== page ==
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May 14, 2012

Small cars: Detroit finally gets it

For years those in the executive offices at Ford, GM, and Chrysler considered small cars an afterthought – an unprofitable side-business that pulled valuable product development and marketing dollars away from the real cash cows, large trucks and SUVs. But times are changing. These days the Detroit Three are putting actual effort into designing and building small cars that are packed with enough features and style to make folks want to buy them.



 

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May 10, 2012

Detroit East Side Riders' Mind-Blowing Bikes Inspire Residents To Take Up Cycling (PHOTOS)

Known for colorful lights, flashy bikes, boom boxes and an upbeat attitude, Detroit's East Side Riders bike club has played an instrumental role in popularizing bicycling in the city over the last few years. Brothers Mike and Dywayne Neeley started the group about four years ago. At the time, Mike was suffering from diabetes and took up biking to lose weight and improve his health. During one of his early rides to Chene Park, Mike spotted some custom bikes that left an impression. Later, he shared the inspiration with Dywayne, who began making his own bicycle modifications.

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May 10, 2012

Wayne State to build $90-million biomedical facility

Wayne State University plans to pump more than $90 million into a new biomedical research facility at the edge of its campus -- a move that continues its push to improve Detroit's Midtown. The university is hoping to use $30 million from the state, along with $63 million from its coffers, to renovate the old Dalgleish Cadillac building and tear down the American Beauty Iron Building next to it. The project would be the largest in WSU's history. The state share is included in a budget proposal from Gov. Rick Snyder, based on recommendations made during the previous administration, budget office spokesman Kurt Weiss said. In total, funding is recommended for projects at nine of the state's 15 public universities. The Legislature still needs to approve the plan.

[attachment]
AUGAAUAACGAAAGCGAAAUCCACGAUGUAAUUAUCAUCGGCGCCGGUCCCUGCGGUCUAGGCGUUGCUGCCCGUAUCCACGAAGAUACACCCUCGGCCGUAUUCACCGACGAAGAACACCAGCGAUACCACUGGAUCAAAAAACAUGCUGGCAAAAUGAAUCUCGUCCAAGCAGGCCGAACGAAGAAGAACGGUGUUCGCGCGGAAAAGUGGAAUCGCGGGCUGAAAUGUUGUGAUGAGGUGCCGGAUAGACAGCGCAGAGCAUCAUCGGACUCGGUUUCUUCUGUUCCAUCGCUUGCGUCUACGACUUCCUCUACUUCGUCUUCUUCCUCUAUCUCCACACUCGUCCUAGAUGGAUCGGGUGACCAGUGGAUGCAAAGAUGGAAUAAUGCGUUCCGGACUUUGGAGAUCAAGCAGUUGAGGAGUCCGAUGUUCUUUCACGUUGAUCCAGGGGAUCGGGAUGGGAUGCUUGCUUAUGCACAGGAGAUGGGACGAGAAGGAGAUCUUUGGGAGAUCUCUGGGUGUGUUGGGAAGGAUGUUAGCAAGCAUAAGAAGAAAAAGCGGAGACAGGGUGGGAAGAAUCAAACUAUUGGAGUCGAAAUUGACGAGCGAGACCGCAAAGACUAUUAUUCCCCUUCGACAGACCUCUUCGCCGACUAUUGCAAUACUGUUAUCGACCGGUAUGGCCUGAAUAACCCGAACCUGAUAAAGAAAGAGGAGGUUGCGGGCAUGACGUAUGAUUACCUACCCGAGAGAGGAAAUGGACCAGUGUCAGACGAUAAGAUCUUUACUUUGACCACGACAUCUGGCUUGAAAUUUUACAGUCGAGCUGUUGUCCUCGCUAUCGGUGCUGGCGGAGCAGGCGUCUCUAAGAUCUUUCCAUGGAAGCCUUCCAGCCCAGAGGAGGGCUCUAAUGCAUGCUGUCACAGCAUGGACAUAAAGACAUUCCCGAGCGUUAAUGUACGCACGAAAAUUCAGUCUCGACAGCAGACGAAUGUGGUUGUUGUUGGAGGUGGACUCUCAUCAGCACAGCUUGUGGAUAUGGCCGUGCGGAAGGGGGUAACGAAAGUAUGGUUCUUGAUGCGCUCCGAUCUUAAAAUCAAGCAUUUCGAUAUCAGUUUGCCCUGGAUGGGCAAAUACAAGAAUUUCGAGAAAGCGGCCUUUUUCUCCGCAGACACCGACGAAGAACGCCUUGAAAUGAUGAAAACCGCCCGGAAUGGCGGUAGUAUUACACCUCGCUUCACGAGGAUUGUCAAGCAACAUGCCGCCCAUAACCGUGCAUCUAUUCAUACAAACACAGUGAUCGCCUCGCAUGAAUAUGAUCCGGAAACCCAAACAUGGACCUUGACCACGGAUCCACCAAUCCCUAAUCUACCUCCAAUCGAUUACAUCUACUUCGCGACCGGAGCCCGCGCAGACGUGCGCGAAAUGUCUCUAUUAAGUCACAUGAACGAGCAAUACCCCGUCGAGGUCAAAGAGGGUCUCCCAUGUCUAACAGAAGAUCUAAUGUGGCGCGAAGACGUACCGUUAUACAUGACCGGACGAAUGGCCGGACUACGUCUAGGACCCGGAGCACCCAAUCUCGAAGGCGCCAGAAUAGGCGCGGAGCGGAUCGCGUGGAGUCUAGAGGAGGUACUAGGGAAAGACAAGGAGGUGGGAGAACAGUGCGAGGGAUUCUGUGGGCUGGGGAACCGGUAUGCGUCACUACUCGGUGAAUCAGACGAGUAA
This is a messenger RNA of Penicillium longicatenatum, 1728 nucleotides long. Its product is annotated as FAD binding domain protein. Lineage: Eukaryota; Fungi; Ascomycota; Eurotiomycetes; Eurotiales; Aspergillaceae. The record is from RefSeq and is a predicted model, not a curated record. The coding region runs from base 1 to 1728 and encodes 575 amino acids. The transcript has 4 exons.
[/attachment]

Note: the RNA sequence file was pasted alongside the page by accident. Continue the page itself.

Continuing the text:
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May 10, 2012

LTU reinvents lower Woodward corridor at detroitSHOP Studio

Architecture and urban planning students have used Detroit as a teaching canvas for years, but the latest version of that education experience from Lawrence Technological University is different in that these students' dreams could become reality. Lawrence Tech's detroitSHOP Studio is working teams from Dan Gilbert's real-estate firms Rock Ventures and Bedrock Real Estate Services to create plans to redevelop downtown Detroit's lower Woodward corridor. The plans will be on display between 3-8 p.m. in the Dime Building, and could serve as a primer for what's to come developmentwise in downtown.

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May 09, 2012

Great American city: Detroit

Delicious food, strolls along the water, architecture that transports you to a different time, thriving music scene, art ranging from folk to street to masters, and the history of a city that is inseparable from the history of this country. This could be a description of New Orleans or San Francisco, two of America's most beautiful cities, but it is also a description of Detroit. Not many people pondering vacation destinations think of the Motor City — but they should. Detroit surprises.



 

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May 09, 2012

Detroit offers more than one might think

In years past, stunning-yet-depressing photo collections of a very decaying Detroit appeared in magazines and circulated on the Internet. The photos depict a ghost-towny ghetto suffocating under rubble and spray paint with more junked cars than new ones. In the past few years, Detroit has started to come around again and many new businesses, mostly bars and restaurants, are opening all over the city. The addition of three casinos has helped the city attract more visitors. Both gritty and pretty, Detroit can be, for the right travelers.



 

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May 09, 2012

400-500 Yahoo engineers show interest in Quicken jobs